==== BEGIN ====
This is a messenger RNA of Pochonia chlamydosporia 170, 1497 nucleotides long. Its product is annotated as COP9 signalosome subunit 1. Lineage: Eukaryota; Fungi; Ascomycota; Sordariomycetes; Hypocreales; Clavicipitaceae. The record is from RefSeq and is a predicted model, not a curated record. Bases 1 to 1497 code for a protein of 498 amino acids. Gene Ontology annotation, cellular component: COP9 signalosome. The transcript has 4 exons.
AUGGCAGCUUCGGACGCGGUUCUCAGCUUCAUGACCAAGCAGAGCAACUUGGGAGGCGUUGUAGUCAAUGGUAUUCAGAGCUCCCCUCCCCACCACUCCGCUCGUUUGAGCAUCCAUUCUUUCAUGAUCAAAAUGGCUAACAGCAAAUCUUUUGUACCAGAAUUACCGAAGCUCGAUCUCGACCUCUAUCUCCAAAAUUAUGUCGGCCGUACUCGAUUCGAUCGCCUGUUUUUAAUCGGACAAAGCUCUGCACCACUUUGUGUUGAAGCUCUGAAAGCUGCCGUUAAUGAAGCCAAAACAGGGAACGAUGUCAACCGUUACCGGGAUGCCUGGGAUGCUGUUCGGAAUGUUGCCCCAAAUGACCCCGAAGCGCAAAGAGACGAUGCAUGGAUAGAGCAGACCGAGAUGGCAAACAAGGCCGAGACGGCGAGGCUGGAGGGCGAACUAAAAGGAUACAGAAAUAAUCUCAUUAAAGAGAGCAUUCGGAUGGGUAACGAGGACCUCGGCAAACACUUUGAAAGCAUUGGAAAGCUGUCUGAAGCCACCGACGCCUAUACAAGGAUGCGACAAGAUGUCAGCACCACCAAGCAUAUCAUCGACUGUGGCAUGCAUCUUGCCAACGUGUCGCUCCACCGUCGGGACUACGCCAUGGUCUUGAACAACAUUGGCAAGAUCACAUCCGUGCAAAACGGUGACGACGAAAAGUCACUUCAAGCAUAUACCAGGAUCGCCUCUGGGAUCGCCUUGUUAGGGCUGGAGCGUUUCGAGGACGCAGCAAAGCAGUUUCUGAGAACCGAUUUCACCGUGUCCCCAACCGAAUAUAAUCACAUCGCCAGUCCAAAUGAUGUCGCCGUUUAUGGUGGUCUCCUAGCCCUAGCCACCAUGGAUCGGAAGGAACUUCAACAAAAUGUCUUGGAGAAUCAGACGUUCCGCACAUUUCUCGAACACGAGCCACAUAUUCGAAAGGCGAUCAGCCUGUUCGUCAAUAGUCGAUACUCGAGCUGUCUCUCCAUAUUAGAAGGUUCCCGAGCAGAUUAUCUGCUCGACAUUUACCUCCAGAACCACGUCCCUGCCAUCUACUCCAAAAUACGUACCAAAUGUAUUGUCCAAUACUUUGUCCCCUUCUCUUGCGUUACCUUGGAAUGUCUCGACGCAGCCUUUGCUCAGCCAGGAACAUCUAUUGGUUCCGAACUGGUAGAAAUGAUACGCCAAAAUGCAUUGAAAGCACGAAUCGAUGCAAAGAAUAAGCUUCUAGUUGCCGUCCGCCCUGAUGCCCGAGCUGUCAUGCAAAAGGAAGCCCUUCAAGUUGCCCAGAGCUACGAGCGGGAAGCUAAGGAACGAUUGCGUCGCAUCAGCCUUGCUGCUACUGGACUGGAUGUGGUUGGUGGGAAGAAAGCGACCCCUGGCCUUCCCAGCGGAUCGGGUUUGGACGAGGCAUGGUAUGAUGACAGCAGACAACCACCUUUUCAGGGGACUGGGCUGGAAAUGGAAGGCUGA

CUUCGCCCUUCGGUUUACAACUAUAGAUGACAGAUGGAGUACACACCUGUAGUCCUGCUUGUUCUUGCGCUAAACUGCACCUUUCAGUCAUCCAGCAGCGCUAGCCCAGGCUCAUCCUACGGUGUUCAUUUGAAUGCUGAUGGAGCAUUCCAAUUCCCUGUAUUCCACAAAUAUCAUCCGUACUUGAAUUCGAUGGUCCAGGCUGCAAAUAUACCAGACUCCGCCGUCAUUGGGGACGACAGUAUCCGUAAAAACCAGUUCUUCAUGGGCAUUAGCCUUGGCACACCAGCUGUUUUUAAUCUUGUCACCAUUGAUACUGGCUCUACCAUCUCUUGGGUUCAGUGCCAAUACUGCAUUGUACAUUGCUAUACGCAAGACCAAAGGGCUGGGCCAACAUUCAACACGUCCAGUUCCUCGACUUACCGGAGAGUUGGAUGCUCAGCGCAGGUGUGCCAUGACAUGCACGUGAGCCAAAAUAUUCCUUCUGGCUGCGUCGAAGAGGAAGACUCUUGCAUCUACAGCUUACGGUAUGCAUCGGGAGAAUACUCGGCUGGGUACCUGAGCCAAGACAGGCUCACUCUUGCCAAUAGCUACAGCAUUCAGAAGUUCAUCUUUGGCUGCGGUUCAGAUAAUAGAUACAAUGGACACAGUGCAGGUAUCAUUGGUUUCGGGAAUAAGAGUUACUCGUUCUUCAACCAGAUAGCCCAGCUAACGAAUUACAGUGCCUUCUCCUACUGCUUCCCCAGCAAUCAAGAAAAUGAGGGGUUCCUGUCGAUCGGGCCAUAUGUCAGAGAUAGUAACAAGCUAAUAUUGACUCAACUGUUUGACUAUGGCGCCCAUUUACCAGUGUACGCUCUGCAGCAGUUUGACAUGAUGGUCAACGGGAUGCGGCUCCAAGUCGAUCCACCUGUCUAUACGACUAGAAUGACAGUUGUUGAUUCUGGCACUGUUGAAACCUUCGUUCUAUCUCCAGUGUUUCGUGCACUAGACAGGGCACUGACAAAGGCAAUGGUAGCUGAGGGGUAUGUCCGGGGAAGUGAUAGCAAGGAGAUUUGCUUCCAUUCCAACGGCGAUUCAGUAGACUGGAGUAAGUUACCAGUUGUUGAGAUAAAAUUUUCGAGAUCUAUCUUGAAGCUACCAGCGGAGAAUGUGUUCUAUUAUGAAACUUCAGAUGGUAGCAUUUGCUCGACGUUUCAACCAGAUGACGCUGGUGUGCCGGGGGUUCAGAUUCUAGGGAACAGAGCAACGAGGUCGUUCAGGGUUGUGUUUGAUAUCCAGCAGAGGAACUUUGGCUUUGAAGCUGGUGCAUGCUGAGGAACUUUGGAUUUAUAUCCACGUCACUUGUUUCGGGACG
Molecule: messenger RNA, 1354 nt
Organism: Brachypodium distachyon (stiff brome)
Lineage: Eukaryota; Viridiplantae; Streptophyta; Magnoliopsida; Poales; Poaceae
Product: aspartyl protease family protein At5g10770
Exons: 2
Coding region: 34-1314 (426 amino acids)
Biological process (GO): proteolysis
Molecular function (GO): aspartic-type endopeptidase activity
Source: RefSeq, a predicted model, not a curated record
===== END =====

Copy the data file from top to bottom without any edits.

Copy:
This is a messenger RNA of Pochonia chlamydosporia 170, 1497 nucleotides long. Its product is annotated as COP9 signalosome subunit 1. Lineage: Eukaryota; Fungi; Ascomycota; Sordariomycetes; Hypocreales; Clavicipitaceae. The record is from RefSeq and is a predicted model, not a curated record. Bases 1 to 1497 code for a protein of 498 amino acids. Gene Ontology annotation, cellular component: COP9 signalosome. The transcript has 4 exons.
AUGGCAGCUUCGGACGCGGUUCUCAGCUUCAUGACCAAGCAGAGCAACUUGGGAGGCGUUGUAGUCAAUGGUAUUCAGAGCUCCCCUCCCCACCACUCCGCUCGUUUGAGCAUCCAUUCUUUCAUGAUCAAAAUGGCUAACAGCAAAUCUUUUGUACCAGAAUUACCGAAGCUCGAUCUCGACCUCUAUCUCCAAAAUUAUGUCGGCCGUACUCGAUUCGAUCGCCUGUUUUUAAUCGGACAAAGCUCUGCACCACUUUGUGUUGAAGCUCUGAAAGCUGCCGUUAAUGAAGCCAAAACAGGGAACGAUGUCAACCGUUACCGGGAUGCCUGGGAUGCUGUUCGGAAUGUUGCCCCAAAUGACCCCGAAGCGCAAAGAGACGAUGCAUGGAUAGAGCAGACCGAGAUGGCAAACAAGGCCGAGACGGCGAGGCUGGAGGGCGAACUAAAAGGAUACAGAAAUAAUCUCAUUAAAGAGAGCAUUCGGAUGGGUAACGAGGACCUCGGCAAACACUUUGAAAGCAUUGGAAAGCUGUCUGAAGCCACCGACGCCUAUACAAGGAUGCGACAAGAUGUCAGCACCACCAAGCAUAUCAUCGACUGUGGCAUGCAUCUUGCCAACGUGUCGCUCCACCGUCGGGACUACGCCAUGGUCUUGAACAACAUUGGCAAGAUCACAUCCGUGCAAAACGGUGACGACGAAAAGUCACUUCAAGCAUAUACCAGGAUCGCCUCUGGGAUCGCCUUGUUAGGGCUGGAGCGUUUCGAGGACGCAGCAAAGCAGUUUCUGAGAACCGAUUUCACCGUGUCCCCAACCGAAUAUAAUCACAUCGCCAGUCCAAAUGAUGUCGCCGUUUAUGGUGGUCUCCUAGCCCUAGCCACCAUGGAUCGGAAGGAACUUCAACAAAAUGUCUUGGAGAAUCAGACGUUCCGCACAUUUCUCGAACACGAGCCACAUAUUCGAAAGGCGAUCAGCCUGUUCGUCAAUAGUCGAUACUCGAGCUGUCUCUCCAUAUUAGAAGGUUCCCGAGCAGAUUAUCUGCUCGACAUUUACCUCCAGAACCACGUCCCUGCCAUCUACUCCAAAAUACGUACCAAAUGUAUUGUCCAAUACUUUGUCCCCUUCUCUUGCGUUACCUUGGAAUGUCUCGACGCAGCCUUUGCUCAGCCAGGAACAUCUAUUGGUUCCGAACUGGUAGAAAUGAUACGCCAAAAUGCAUUGAAAGCACGAAUCGAUGCAAAGAAUAAGCUUCUAGUUGCCGUCCGCCCUGAUGCCCGAGCUGUCAUGCAAAAGGAAGCCCUUCAAGUUGCCCAGAGCUACGAGCGGGAAGCUAAGGAACGAUUGCGUCGCAUCAGCCUUGCUGCUACUGGACUGGAUGUGGUUGGUGGGAAGAAAGCGACCCCUGGCCUUCCCAGCGGAUCGGGUUUGGACGAGGCAUGGUAUGAUGACAGCAGACAACCACCUUUUCAGGGGACUGGGCUGGAAAUGGAAGGCUGA

CUUCGCCCUUCGGUUUACAACUAUAGAUGACAGAUGGAGUACACACCUGUAGUCCUGCUUGUUCUUGCGCUAAACUGCACCUUUCAGUCAUCCAGCAGCGCUAGCCCAGGCUCAUCCUACGGUGUUCAUUUGAAUGCUGAUGGAGCAUUCCAAUUCCCUGUAUUCCACAAAUAUCAUCCGUACUUGAAUUCGAUGGUCCAGGCUGCAAAUAUACCAGACUCCGCCGUCAUUGGGGACGACAGUAUCCGUAAAAACCAGUUCUUCAUGGGCAUUAGCCUUGGCACACCAGCUGUUUUUAAUCUUGUCACCAUUGAUACUGGCUCUACCAUCUCUUGGGUUCAGUGCCAAUACUGCAUUGUACAUUGCUAUACGCAAGACCAAAGGGCUGGGCCAACAUUCAACACGUCCAGUUCCUCGACUUACCGGAGAGUUGGAUGCUCAGCGCAGGUGUGCCAUGACAUGCACGUGAGCCAAAAUAUUCCUUCUGGCUGCGUCGAAGAGGAAGACUCUUGCAUCUACAGCUUACGGUAUGCAUCGGGAGAAUACUCGGCUGGGUACCUGAGCCAAGACAGGCUCACUCUUGCCAAUAGCUACAGCAUUCAGAAGUUCAUCUUUGGCUGCGGUUCAGAUAAUAGAUACAAUGGACACAGUGCAGGUAUCAUUGGUUUCGGGAAUAAGAGUUACUCGUUCUUCAACCAGAUAGCCCAGCUAACGAAUUACAGUGCCUUCUCCUACUGCUUCCCCAGCAAUCAAGAAAAUGAGGGGUUCCUGUCGAUCGGGCCAUAUGUCAGAGAUAGUAACAAGCUAAUAUUGACUCAACUGUUUGACUAUGGCGCCCAUUUACCAGUGUACGCUCUGCAGCAGUUUGACAUGAUGGUCAACGGGAUGCGGCUCCAAGUCGAUCCACCUGUCUAUACGACUAGAAUGACAGUUGUUGAUUCUGGCACUGUUGAAACCUUCGUUCUAUCUCCAGUGUUUCGUGCACUAGACAGGGCACUGACAAAGGCAAUGGUAGCUGAGGGGUAUGUCCGGGGAAGUGAUAGCAAGGAGAUUUGCUUCCAUUCCAACGGCGAUUCAGUAGACUGGAGUAAGUUACCAGUUGUUGAGAUAAAAUUUUCGAGAUCUAUCUUGAAGCUACCAGCGGAGAAUGUGUUCUAUUAUGAAACUUCAGAUGGUAGCAUUUGCUCGACGUUUCAACCAGAUGACGCUGGUGUGCCGGGGGUUCAGAUUCUAGGGAACAGAGCAACGAGGUCGUUCAGGGUUGUGUUUGAUAUCCAGCAGAGGAACUUUGGCUUUGAAGCUGGUGCAUGCUGAGGAACUUUGGAUUUAUAUCCACGUCACUUGUUUCGGGACG
Molecule: messenger RNA, 1354 nt
Organism: Brachypodium distachyon (stiff brome)
Lineage: Eukaryota; Viridiplantae; Streptophyta; Magnoliopsida; Poales; Poaceae
Product: aspartyl protease family protein At5g10770
Exons: 2
Coding region: 34-1314 (426 amino acids)
Biological process (GO): proteolysis
Molecular function (GO): aspartic-type endopeptidase activity
Source: RefSeq, a predicted model, not a curated record